Although Congress with the 2005 Detainee Treatment Act and the 2009 Anti-Torture Act, which specifically outlaws such “enhanced interrogation techniques” as waterboarding and sleep-deprivation, some groups believe these interrogation techniques “will be added to a top-secret list of approved interrogation techniques that could be used on suspects, American or other.” Support for this concern can be seen in comments made many political candidates and current legislators like Sen. Kelly Ayotte (R-N.H.): “We need the authority to hold those individuals in military custody so we aren’t reading them Miranda rights.”


What Sens. Graham, Lieberman, and Ayotte are saying is that there should be congressional-based authority to torture. Anytime you advocate for indefinite military detention without a trial, loss of all civil liberties, no right to writ of habeas corpus, no Miranda warnings, and no right to counsel, you are blessing a system of torture. You’re asking for authority to transformed criminal defendants into military detainees who have, and probably still do, routinely endured systematic torture since 9/11.


The next logical step, of course, is that drug cartel members, bank robbers, and, yes, pedophiles will join the list of those in need of “military detention” because they also pose a national security threat. We suspect that many conservative lawmakers in Congress would even add Occupy Wall Street protestors to the list if they could. It is hard to believe, and even more difficult to accept, that there are a significant number of our leaders who favor a “police state” in which all individual rights and civil liberties are extinguished. This is a subject matter we have addressed on several occasions (here, here, here and here). In a series of articles in 2007, The Economist had this to say about our civil liberties being under threat by the “war against terrorism”:


“ … the past six years have seen a steady erosion of civil liberties even in  countries that regard themselves as liberty’s champions. Arbitrary arrest, indefinite detention without trial, ‘rendition’, suspension of habeas corpus, even torture—who would have thought such things possible?


“Governments argue that desperate times demand such remedies. They face a murderous new enemy who lurks in the shadows, will stop at nothing and seeks chemical, biological and nuclear weapons. This renders the old rules and freedoms out of date. Besides, does not international humanitarian law provide for the suspension of certain liberties ‘in times of a public emergency that threatens the life of the nation’?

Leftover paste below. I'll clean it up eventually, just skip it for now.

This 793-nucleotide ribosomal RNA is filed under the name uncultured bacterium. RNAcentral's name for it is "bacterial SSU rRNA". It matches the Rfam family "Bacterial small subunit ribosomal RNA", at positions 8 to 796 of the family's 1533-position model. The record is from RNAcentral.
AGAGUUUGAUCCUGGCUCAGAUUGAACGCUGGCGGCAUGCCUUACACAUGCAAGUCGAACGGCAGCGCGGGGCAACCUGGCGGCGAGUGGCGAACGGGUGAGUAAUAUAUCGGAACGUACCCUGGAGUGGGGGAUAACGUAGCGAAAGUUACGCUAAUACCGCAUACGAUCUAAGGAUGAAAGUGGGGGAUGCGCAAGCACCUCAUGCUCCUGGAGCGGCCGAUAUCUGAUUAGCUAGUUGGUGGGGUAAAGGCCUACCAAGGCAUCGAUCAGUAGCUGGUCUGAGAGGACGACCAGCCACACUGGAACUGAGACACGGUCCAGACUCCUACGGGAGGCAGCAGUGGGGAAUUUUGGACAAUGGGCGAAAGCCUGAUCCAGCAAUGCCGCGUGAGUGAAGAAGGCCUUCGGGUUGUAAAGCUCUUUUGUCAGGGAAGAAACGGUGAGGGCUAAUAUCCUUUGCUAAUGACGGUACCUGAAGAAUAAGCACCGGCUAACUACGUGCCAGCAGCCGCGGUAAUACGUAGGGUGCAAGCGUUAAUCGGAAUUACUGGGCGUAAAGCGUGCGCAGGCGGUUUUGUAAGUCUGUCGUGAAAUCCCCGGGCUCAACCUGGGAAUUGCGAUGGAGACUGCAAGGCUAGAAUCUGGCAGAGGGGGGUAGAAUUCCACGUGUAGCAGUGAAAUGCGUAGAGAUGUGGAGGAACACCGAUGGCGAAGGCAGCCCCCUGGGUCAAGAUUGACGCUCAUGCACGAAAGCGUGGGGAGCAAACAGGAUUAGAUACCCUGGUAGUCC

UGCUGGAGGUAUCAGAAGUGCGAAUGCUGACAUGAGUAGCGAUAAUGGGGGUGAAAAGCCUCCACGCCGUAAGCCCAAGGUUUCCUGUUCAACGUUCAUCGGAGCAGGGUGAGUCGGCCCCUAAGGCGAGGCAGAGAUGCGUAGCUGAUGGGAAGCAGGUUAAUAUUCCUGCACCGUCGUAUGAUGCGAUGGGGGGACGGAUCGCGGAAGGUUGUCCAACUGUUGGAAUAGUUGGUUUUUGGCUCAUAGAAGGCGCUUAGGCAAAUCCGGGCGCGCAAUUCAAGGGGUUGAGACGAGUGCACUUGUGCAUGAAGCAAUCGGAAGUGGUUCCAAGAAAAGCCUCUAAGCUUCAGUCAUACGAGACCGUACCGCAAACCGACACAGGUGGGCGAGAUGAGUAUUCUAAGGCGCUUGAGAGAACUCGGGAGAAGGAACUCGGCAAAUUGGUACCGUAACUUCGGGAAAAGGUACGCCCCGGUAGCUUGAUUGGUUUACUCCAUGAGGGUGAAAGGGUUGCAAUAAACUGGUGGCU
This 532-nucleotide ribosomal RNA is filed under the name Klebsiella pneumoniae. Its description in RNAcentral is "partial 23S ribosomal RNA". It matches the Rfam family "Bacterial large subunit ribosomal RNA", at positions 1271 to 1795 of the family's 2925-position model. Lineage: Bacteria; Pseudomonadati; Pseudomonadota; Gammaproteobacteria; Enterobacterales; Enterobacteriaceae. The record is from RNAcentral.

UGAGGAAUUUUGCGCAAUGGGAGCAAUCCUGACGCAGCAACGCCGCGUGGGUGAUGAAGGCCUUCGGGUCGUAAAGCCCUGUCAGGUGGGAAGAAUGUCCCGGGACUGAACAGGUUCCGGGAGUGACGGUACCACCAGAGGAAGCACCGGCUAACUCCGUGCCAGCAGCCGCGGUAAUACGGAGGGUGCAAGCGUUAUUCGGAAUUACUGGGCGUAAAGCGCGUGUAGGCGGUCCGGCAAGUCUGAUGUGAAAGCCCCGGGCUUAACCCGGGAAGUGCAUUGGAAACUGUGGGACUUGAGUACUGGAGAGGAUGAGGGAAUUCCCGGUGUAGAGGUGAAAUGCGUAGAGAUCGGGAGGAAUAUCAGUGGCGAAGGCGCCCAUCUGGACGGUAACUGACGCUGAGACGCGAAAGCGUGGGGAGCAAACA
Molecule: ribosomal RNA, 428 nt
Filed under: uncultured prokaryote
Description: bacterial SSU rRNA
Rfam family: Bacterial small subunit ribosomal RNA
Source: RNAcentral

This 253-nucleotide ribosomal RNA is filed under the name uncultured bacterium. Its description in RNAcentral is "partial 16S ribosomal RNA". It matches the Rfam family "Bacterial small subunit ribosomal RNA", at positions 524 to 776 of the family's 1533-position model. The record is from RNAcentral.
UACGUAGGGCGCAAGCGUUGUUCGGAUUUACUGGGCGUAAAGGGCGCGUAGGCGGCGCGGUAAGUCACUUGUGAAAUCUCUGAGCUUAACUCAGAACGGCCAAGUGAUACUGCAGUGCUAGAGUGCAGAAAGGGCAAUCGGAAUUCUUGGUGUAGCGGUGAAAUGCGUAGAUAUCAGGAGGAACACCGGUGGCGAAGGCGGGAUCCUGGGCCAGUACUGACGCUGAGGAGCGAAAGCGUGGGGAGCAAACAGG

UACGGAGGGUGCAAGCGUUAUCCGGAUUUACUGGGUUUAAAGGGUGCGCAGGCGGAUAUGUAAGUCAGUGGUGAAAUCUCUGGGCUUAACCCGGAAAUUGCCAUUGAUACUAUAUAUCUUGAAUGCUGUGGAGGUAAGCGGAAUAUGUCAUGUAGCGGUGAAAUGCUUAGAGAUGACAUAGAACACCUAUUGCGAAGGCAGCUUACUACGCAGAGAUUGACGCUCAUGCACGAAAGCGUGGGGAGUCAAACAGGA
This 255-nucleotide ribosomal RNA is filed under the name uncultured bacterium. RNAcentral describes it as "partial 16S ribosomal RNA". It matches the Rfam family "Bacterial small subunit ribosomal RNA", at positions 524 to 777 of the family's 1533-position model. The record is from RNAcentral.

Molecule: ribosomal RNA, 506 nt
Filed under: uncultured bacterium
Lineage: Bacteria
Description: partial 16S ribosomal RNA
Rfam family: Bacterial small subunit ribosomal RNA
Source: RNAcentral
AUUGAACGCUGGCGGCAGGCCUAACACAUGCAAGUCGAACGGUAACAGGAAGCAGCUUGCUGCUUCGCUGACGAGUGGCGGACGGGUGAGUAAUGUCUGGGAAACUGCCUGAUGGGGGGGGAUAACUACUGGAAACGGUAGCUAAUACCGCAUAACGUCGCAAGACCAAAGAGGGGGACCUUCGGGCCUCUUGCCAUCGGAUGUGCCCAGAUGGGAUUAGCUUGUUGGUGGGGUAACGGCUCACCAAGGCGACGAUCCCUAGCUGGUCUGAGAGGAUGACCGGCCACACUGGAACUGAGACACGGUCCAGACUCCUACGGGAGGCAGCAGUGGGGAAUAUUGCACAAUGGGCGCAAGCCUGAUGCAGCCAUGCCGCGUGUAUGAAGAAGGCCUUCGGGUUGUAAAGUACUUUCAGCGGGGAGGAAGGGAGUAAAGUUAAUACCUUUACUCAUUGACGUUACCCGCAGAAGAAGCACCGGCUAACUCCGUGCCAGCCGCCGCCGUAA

“There is great force in this argument. There is, alas, always force in such arguments. This is how governments through the ages have justified grabbing repressive new powers. During the second world war the democracies spied on their own good citizens, imposed censorship and used torture to extract information. America interned its entire Japanese-American population—a decision now seen to have been a cruel mistake.


“There are those who see the fight against al-Qaeda as a war like the second world war or the cold war. But the first analogy is wrong and the moral of the second is not the one intended …


“If the war against terrorism is a war at all, it is like the cold war—one that will last for decades. Although a real threat exists, to let security trump liberty in every case would corrode the civilized world’s sense of what it is and wants to be.


“When liberals put the case for civil liberties, they sometimes claim that obnoxious measures do not help fight against terrorism anyway. The Economist is liberal but disagrees. We accept that letting secret policemen spy on citizens, detain them without trial and use torture to extract information makes it easier to foil terrorist plots. To eschew such tools is to fight terrorism with one hand tied behind your back. But that—with one hand tied behind their back—is precisely how democracies ought to fight terrorism.


“Take torture, arguably the hardest case. A famous thought experiment asks what you would do with a terrorist who knew the location of a ticking nuclear bomb. Logic says you would torture one man to save hundreds of thousands of lives, and so you would. But this is a fictional dilemma. In the real world, policemen are seldom sure whether the many (not one) suspects they want to torture know of any plot, or how many lives might be at stake. All that is certain is that the logic of the ticking bomb leads down a slippery slope where the state is licensed in the name of the greater good to trample on the hard-won rights of any one and therefore all of its citizens.